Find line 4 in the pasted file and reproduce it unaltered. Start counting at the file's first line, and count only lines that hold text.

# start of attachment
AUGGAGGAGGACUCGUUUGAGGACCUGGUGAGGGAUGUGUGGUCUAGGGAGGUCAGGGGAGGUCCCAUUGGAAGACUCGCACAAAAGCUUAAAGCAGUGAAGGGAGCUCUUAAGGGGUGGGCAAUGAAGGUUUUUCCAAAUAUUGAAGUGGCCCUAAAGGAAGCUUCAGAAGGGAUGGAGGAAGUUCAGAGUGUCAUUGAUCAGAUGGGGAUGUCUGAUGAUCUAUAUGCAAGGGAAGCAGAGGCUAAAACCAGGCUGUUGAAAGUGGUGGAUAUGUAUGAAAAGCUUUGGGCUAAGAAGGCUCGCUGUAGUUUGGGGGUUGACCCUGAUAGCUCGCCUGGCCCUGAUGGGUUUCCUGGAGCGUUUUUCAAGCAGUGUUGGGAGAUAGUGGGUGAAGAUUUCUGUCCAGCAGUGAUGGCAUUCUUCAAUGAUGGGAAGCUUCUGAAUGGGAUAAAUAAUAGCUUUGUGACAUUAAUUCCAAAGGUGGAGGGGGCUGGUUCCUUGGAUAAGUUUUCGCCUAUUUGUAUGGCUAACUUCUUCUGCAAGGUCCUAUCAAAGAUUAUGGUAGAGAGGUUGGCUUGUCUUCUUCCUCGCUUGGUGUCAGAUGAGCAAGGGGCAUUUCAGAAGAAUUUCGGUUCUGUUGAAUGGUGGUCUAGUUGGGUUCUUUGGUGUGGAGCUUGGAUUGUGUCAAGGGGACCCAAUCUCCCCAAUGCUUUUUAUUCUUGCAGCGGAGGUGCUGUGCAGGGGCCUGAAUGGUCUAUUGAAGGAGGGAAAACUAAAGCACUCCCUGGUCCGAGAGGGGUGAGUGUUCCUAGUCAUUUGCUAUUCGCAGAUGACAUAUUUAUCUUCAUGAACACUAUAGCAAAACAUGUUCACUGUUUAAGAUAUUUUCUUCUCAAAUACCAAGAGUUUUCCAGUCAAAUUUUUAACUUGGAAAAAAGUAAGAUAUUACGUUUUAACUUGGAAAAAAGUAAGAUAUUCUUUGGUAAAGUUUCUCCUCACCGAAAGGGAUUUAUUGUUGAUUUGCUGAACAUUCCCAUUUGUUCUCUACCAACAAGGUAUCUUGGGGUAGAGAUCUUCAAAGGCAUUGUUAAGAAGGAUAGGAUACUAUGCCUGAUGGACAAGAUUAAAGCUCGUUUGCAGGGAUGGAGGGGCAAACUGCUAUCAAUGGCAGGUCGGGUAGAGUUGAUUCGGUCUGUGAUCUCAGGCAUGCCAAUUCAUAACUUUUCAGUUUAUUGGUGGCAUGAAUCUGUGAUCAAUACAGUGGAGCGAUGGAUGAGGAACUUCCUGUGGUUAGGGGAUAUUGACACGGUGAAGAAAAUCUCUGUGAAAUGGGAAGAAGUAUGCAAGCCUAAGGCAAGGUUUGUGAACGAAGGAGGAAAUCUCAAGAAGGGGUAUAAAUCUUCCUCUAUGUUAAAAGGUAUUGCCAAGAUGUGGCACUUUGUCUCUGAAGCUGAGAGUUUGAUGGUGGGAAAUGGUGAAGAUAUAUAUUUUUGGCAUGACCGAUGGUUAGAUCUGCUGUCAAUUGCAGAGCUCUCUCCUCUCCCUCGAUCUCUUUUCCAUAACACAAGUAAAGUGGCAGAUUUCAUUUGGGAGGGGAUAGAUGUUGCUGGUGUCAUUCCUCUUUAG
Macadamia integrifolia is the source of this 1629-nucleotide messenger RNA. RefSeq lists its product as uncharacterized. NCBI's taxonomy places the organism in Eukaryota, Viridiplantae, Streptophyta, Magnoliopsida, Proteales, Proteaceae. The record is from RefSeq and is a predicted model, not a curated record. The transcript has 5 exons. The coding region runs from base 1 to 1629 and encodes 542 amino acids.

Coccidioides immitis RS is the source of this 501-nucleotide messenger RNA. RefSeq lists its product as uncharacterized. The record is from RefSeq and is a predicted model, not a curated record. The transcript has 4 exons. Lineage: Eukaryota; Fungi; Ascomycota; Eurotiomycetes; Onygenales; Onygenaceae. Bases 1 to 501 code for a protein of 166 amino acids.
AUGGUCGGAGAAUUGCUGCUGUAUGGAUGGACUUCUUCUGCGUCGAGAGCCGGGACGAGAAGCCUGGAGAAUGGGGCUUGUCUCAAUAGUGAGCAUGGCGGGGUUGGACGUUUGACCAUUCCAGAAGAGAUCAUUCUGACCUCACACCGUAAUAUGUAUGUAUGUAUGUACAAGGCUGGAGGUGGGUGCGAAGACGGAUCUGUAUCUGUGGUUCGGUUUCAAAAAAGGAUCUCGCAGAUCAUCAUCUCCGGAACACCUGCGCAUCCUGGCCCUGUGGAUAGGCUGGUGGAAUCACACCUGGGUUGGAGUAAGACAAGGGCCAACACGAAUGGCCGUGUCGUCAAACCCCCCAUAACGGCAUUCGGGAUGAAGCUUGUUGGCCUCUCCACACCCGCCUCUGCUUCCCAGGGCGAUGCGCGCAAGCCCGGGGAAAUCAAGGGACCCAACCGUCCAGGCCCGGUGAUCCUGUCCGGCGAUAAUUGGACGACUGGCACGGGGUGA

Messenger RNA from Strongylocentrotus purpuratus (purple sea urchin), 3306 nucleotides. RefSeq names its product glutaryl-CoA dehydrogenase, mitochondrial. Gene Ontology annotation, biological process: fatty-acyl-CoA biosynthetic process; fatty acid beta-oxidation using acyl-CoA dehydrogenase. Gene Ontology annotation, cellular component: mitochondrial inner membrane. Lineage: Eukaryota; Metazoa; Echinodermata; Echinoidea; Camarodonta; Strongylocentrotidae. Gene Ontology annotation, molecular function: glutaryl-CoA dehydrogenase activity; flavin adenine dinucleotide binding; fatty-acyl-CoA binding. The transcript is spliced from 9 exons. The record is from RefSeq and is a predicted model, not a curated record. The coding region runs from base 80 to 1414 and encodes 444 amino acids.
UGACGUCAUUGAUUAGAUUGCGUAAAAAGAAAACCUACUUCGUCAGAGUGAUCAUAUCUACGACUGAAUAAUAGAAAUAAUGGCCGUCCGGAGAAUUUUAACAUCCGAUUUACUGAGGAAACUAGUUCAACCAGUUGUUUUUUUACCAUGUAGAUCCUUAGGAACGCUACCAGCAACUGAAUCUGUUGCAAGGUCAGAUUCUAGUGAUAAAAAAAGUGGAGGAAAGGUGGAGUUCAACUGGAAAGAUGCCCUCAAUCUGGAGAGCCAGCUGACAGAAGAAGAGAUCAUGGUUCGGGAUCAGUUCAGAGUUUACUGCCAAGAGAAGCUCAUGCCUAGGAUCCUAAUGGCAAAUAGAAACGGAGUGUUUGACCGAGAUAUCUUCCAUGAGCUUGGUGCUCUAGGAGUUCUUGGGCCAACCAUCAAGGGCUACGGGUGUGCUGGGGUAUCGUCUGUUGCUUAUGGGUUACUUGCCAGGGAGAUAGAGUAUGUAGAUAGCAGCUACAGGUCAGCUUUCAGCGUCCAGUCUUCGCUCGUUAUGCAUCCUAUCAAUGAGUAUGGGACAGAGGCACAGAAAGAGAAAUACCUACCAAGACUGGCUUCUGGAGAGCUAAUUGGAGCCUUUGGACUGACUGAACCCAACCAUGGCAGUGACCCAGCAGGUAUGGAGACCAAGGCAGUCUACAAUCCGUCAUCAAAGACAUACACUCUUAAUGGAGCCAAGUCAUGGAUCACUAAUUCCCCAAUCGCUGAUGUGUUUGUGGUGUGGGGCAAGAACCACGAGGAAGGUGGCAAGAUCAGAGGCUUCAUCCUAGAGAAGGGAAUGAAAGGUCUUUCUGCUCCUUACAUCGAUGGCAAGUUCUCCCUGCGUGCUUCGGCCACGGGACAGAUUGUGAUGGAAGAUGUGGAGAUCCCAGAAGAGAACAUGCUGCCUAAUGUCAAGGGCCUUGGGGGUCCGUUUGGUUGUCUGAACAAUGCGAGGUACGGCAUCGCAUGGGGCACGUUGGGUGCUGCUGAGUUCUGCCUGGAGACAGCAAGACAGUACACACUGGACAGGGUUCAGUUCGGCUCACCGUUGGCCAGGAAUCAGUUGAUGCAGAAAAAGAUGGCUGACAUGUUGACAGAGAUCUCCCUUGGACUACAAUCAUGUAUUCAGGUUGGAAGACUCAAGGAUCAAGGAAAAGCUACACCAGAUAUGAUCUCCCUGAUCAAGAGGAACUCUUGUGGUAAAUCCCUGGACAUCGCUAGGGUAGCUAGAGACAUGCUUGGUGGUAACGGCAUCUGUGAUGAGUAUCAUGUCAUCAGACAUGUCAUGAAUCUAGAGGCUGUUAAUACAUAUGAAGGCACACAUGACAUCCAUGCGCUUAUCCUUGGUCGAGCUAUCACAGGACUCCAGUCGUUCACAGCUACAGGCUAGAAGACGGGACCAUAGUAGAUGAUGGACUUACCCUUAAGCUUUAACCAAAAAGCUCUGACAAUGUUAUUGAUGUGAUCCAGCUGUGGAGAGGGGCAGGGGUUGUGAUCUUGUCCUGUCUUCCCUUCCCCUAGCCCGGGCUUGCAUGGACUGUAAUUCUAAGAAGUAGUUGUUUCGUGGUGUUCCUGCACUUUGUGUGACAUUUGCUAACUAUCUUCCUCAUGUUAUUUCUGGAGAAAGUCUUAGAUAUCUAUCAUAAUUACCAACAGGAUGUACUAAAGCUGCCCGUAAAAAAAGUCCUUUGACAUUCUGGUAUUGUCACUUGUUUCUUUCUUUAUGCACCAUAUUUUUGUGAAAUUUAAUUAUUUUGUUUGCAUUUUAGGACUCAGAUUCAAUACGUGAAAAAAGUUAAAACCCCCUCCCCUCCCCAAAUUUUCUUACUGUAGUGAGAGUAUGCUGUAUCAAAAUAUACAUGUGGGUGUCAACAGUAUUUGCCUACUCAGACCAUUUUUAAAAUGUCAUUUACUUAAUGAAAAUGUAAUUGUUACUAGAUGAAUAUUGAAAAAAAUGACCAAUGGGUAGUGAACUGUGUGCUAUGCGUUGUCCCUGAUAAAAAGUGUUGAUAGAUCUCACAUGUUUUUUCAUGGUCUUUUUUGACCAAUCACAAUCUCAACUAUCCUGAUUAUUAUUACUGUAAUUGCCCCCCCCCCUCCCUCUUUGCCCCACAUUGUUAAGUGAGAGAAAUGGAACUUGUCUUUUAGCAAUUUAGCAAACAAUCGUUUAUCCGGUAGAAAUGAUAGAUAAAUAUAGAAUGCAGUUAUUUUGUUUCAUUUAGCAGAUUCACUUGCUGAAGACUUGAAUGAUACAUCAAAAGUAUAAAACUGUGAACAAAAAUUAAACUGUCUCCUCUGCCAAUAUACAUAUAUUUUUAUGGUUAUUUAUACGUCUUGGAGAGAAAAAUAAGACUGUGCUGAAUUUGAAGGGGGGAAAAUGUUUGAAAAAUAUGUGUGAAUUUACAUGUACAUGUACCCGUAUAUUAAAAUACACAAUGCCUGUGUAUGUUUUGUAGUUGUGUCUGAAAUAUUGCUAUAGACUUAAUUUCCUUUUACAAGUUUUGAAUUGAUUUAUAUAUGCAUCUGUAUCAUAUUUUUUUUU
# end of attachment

AUGGUCGGAGAAUUGCUGCUGUAUGGAUGGACUUCUUCUGCGUCGAGAGCCGGGACGAGAAGCCUGGAGAAUGGGGCUUGUCUCAAUAGUGAGCAUGGCGGGGUUGGACGUUUGACCAUUCCAGAAGAGAUCAUUCUGACCUCACACCGUAAUAUGUAUGUAUGUAUGUACAAGGCUGGAGGUGGGUGCGAAGACGGAUCUGUAUCUGUGGUUCGGUUUCAAAAAAGGAUCUCGCAGAUCAUCAUCUCCGGAACACCUGCGCAUCCUGGCCCUGUGGAUAGGCUGGUGGAAUCACACCUGGGUUGGAGUAAGACAAGGGCCAACACGAAUGGCCGUGUCGUCAAACCCCCCAUAACGGCAUUCGGGAUGAAGCUUGUUGGCCUCUCCACACCCGCCUCUGCUUCCCAGGGCGAUGCGCGCAAGCCCGGGGAAAUCAAGGGACCCAACCGUCCAGGCCCGGUGAUCCUGUCCGGCGAUAAUUGGACGACUGGCACGGGGUGA